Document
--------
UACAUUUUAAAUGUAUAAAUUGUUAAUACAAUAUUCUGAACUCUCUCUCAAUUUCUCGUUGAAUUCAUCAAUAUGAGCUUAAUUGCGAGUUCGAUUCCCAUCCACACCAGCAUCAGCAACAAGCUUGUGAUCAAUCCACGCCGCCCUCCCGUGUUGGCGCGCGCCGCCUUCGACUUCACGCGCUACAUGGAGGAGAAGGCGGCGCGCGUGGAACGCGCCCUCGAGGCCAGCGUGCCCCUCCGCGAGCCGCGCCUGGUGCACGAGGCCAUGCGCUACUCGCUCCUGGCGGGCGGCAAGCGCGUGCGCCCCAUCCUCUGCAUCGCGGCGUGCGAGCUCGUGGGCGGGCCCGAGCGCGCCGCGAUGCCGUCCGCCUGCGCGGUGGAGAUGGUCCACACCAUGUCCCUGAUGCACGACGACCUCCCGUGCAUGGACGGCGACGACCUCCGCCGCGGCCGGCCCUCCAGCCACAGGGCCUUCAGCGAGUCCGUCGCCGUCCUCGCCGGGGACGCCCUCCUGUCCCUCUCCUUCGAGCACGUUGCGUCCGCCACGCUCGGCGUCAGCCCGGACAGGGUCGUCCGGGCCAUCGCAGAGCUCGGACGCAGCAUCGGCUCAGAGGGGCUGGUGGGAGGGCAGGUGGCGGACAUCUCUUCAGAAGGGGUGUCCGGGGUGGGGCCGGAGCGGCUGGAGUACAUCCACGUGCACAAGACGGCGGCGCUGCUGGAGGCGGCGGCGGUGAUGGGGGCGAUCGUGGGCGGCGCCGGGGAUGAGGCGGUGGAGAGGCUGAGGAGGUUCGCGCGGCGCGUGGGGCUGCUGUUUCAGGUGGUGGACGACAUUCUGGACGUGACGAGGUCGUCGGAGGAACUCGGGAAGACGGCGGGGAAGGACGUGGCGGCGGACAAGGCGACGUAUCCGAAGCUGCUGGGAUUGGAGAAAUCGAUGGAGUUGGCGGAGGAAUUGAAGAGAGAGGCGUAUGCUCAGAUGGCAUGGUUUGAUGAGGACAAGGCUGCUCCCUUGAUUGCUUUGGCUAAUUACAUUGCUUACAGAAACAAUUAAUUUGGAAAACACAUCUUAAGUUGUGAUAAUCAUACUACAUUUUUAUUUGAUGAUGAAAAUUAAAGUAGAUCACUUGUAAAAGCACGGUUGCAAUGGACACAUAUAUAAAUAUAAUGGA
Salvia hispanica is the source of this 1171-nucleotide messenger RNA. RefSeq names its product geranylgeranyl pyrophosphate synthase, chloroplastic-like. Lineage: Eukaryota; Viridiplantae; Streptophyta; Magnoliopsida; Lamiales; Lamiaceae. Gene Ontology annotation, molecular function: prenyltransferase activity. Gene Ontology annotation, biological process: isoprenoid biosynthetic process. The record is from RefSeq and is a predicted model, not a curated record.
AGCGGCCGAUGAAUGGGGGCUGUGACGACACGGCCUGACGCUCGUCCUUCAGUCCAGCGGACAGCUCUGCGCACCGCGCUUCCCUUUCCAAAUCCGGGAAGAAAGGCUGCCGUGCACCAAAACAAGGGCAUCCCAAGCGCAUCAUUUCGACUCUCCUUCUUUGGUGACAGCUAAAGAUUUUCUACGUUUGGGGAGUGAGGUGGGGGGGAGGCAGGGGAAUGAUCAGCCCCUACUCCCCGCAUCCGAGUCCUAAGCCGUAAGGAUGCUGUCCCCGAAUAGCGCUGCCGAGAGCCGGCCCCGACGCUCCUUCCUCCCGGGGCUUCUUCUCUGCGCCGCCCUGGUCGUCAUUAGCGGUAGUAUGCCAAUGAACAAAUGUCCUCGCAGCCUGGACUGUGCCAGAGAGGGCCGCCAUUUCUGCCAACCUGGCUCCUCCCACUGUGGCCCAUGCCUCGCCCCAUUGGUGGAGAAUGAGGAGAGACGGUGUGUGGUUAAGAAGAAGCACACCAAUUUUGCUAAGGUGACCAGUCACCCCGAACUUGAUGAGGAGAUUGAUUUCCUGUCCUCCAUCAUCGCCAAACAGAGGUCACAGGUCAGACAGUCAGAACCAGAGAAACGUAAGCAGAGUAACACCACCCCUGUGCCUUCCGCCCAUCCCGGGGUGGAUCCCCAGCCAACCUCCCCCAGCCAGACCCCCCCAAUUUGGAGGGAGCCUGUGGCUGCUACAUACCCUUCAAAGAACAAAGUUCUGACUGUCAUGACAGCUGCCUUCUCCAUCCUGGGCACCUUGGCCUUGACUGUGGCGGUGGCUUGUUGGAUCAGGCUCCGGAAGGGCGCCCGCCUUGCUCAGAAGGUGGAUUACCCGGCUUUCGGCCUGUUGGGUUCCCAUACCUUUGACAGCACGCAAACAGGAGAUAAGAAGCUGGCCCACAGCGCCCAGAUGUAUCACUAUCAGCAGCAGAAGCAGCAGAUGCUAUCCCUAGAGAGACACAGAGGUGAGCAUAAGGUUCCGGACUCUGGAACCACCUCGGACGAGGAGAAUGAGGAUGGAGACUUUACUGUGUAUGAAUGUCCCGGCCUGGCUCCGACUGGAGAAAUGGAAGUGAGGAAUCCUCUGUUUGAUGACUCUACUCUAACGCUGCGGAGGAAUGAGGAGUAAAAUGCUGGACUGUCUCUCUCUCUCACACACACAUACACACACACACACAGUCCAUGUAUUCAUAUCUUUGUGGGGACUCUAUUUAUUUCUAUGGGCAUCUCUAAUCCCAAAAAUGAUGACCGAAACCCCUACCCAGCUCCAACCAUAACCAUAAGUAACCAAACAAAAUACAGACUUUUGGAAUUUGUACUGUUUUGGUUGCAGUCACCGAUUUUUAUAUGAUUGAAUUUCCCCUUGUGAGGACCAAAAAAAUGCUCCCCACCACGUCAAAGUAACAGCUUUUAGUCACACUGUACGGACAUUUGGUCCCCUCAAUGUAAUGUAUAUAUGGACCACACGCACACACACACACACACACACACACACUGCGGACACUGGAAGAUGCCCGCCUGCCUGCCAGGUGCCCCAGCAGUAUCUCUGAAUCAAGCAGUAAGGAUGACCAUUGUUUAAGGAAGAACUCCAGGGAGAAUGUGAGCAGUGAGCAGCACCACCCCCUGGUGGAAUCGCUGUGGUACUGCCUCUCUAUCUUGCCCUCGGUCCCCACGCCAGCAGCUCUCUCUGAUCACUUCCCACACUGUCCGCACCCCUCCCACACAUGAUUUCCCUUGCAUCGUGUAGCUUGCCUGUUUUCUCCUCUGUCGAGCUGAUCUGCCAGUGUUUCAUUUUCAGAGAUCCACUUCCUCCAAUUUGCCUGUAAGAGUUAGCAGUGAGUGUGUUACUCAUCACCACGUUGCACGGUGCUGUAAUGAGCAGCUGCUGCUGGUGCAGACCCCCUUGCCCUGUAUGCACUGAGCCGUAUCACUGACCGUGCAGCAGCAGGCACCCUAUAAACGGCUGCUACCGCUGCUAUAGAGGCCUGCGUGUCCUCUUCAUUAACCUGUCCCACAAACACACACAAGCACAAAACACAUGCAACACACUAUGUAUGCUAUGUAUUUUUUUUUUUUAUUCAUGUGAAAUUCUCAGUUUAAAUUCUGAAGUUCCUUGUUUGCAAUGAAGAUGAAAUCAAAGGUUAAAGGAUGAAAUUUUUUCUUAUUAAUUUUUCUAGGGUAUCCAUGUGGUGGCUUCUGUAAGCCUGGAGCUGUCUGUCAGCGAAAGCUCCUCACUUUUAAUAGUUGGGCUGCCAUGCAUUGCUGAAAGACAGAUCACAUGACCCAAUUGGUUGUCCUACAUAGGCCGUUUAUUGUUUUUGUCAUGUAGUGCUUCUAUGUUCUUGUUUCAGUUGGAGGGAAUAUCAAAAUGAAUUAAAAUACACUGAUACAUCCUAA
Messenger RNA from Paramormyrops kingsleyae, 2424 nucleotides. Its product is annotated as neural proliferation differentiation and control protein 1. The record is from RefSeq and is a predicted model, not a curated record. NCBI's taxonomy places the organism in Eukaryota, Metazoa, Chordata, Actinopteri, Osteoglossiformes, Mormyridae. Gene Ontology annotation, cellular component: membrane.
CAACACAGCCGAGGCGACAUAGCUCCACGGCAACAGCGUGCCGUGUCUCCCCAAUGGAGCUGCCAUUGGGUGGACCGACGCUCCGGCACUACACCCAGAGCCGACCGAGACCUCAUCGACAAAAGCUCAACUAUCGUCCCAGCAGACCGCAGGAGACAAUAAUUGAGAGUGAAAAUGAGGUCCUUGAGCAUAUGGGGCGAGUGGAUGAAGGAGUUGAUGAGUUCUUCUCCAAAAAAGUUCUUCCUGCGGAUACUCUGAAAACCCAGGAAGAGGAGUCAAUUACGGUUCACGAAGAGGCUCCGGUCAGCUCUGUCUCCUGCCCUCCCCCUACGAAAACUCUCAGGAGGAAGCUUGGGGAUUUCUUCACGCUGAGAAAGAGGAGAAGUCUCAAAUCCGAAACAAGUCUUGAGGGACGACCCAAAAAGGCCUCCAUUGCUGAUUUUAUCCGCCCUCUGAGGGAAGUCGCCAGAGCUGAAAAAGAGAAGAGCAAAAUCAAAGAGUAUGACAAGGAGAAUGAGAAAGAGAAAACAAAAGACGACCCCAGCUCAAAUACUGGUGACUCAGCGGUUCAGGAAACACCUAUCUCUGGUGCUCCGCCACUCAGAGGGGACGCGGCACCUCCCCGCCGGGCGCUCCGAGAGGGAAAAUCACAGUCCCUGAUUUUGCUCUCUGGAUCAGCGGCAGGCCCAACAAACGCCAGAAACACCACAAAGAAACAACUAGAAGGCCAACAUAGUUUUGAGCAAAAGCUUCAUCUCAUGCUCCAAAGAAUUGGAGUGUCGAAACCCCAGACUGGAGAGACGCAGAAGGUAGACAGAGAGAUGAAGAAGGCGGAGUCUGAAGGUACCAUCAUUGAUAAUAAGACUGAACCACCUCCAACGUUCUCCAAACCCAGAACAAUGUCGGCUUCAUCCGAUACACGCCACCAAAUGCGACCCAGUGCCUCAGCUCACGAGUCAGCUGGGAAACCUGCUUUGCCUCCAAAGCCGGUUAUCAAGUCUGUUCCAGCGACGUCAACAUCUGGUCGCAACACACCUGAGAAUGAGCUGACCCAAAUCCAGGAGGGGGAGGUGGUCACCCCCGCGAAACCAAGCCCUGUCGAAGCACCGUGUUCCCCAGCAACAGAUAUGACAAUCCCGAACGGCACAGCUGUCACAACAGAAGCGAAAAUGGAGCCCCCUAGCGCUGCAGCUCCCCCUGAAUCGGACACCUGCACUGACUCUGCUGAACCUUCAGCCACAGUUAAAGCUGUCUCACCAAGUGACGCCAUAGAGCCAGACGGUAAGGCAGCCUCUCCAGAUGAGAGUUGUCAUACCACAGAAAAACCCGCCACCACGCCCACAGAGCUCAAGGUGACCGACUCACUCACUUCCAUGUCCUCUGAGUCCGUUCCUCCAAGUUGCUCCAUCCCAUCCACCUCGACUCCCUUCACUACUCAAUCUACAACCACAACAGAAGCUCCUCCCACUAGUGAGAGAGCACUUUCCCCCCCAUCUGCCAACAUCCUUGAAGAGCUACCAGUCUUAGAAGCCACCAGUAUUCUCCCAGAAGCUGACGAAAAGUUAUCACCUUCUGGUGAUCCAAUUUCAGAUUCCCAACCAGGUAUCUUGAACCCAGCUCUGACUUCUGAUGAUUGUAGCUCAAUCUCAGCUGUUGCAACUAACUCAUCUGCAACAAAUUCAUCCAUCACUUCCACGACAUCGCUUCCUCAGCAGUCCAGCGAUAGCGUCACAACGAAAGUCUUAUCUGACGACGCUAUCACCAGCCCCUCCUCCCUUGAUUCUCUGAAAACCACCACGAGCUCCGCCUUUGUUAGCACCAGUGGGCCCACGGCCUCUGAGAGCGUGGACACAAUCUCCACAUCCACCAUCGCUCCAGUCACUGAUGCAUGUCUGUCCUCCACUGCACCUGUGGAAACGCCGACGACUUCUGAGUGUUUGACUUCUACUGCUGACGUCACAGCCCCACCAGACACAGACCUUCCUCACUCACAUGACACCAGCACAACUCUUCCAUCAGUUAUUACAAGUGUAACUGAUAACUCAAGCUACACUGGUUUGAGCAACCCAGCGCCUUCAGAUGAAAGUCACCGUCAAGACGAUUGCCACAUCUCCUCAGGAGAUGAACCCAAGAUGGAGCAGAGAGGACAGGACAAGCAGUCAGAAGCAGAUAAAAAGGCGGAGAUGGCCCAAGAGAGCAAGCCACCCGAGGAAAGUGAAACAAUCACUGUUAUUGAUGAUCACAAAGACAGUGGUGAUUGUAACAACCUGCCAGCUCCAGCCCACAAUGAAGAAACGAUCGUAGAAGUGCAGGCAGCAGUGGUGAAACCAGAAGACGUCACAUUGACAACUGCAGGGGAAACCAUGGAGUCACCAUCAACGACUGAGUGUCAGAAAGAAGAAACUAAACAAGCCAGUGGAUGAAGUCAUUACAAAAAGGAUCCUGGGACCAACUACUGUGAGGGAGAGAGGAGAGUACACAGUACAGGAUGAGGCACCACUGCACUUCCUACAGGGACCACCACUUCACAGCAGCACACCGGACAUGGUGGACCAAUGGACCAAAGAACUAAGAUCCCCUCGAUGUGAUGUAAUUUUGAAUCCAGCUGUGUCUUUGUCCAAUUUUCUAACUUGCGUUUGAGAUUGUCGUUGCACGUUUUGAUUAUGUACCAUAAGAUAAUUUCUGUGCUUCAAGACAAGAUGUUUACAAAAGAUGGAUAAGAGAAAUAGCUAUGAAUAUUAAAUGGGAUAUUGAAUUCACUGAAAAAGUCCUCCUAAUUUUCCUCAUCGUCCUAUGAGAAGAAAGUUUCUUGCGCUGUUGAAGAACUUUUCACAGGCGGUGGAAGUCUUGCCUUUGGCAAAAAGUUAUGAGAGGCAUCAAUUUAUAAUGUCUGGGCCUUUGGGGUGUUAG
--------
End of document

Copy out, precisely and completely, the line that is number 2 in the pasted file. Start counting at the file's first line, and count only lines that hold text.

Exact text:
Salvia hispanica is the source of this 1171-nucleotide messenger RNA. RefSeq names its product geranylgeranyl pyrophosphate synthase, chloroplastic-like. Lineage: Eukaryota; Viridiplantae; Streptophyta; Magnoliopsida; Lamiales; Lamiaceae. Gene Ontology annotation, molecular function: prenyltransferase activity. Gene Ontology annotation, biological process: isoprenoid biosynthetic process. The record is from RefSeq and is a predicted model, not a curated record.